Before six in the afternoon last Saturday, La Coruña was an excited city. Deportivo, after two seasons of blush in the bronze category, was before a game in its stadium to recover its pride, return to Second and, in turn, to professional football. In front they had Albacete, another improper club of the First RFEF trained by Rubén de la Barrera, from A Coruña and coach of Deportivo last year, that convulsive season where those in white and blue did not rise either. You already know the outcome, the La Mancha team tied in the final minutes (when Borja Jiménez withdrew his best men from the field) and finished off the score in extra time. The Galicians were worth the tie to return to Second, but once again, the drama invaded Riazor.

It was no use being the richest team in the category; It was no use that attendance at the stadium during the campaign surpassed several First Division teams (13,000 fans on average) and that a blue and white tide was the star of the promenade in the run-up to the final; His shield and his historic club band were of no use.

With the defeat against Albacete, the former League champion confirmed a failure that had been announced since February as a wave breaking on the horizon. Depor started the campaign happy, they came in the lead in 2022 and on matchday 20 they had a six-point lead over the second-placed team, Racing de Santander: fast-track promotion was the primary goal. However, a week later, insecurities knocked on his door. Racing won 0-1 at Riazor and began a three-game losing streak for a stunned Depor. The Cantabrians stole the lead from him and never let him go. Meanwhile, the team from A Coruña lived in irregularity, gave up a lot of points away from home and was even slapped by Celta B; the subsidiary of his antagonist endorsed him a 2-1 to the delight of those from the Rías Bajas.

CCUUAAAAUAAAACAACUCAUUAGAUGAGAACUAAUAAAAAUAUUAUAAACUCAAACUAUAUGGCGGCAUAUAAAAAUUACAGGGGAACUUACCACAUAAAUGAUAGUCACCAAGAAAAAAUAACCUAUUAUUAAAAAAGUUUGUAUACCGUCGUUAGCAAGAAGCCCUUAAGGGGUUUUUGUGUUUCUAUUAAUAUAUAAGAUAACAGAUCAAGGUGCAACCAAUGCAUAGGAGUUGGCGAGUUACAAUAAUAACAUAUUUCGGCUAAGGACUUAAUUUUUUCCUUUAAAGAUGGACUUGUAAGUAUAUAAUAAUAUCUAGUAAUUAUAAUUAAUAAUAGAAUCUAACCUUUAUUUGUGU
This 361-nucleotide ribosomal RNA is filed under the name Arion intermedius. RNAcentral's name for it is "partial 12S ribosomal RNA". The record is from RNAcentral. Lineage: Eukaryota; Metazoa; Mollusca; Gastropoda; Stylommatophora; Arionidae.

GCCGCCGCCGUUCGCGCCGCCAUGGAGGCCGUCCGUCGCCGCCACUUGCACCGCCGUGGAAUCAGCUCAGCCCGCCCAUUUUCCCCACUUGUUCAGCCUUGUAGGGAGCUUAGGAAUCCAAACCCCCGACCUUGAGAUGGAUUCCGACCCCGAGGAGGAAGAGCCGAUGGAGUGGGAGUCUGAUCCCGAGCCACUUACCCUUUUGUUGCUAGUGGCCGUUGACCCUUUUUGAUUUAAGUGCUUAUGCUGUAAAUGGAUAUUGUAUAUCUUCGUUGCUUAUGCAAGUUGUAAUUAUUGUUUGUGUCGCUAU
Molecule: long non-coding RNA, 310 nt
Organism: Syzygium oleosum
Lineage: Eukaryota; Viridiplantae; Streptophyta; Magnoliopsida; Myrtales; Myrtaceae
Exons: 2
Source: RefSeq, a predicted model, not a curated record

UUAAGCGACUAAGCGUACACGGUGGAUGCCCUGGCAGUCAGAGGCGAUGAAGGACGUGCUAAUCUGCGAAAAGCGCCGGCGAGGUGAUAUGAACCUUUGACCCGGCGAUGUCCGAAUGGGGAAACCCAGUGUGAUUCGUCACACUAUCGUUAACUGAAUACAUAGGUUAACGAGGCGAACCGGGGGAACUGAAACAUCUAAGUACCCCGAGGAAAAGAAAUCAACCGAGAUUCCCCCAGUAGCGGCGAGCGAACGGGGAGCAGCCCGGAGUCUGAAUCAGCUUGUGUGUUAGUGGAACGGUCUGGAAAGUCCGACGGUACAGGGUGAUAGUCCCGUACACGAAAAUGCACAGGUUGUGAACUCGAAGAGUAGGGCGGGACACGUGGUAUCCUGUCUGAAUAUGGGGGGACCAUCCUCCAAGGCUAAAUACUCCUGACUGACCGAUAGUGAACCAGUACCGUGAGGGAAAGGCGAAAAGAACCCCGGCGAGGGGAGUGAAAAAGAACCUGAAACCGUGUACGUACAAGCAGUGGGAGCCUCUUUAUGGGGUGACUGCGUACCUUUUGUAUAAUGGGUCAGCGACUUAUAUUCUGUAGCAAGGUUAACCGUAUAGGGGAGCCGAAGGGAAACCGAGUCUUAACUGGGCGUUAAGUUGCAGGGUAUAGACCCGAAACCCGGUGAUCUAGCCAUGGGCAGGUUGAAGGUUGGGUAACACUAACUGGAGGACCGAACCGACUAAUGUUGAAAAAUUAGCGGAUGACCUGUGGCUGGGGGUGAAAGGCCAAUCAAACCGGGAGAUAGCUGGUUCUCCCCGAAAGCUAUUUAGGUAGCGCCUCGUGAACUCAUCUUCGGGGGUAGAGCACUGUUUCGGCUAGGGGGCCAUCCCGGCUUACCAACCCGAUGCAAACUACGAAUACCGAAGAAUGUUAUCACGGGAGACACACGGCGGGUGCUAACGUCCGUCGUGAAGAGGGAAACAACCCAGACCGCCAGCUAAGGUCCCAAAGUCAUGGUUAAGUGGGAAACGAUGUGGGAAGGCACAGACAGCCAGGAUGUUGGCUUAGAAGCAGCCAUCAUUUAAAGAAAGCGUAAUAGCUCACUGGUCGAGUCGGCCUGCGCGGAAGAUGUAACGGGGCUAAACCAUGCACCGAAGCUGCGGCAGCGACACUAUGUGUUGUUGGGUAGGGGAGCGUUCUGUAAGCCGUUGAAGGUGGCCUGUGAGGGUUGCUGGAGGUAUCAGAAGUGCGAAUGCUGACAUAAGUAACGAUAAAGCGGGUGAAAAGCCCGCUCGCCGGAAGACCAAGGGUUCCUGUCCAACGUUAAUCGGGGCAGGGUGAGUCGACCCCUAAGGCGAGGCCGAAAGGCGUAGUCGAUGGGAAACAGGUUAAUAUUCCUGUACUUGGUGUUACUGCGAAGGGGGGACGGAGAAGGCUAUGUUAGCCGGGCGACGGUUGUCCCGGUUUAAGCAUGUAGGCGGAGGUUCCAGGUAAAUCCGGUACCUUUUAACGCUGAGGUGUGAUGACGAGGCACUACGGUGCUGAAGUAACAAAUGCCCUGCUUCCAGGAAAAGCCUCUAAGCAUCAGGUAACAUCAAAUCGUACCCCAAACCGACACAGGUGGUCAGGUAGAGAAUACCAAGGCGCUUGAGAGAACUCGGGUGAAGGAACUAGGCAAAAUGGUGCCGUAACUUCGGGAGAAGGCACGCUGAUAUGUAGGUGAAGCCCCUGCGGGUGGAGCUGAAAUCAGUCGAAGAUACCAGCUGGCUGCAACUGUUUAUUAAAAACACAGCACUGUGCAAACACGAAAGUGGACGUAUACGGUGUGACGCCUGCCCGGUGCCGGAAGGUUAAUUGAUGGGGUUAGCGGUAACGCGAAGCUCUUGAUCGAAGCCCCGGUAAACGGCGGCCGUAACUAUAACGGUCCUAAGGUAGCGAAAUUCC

With the bullet of the direct ascent failed and after a winding second round, Deportivo, inevitably, was relegated to the uncertainties of the playoff. When they finished second in the league, the single-game qualifiers were played at home before a fan devoted to the cause despite the rudeness of their team on the pitch. In fact, in the semi-final against Linares, the encouragement of the oceanic stadium carried their team to 4-0. But on Saturday, despite dominating the scoreboard until the 82nd minute, De la Barrera’s Albacete were the better team. Now, while La Coruña mourns, the future of the club and its coach is uncertain; a project designed to bring back professional football has died on the shore.

League champion in 2000, giant killer in the Copa del Rey final in 2001, the ‘centenariazo’, and owner of several of the most exciting squads from the beginning of the century, Deportivo will be ostracized for five years. The following will be his third season in the third tier of Spanish football, a dark labyrinth for a club accustomed to other comforts. Of course, his fans will never turn their backs on him. Riazor will fill up again next year.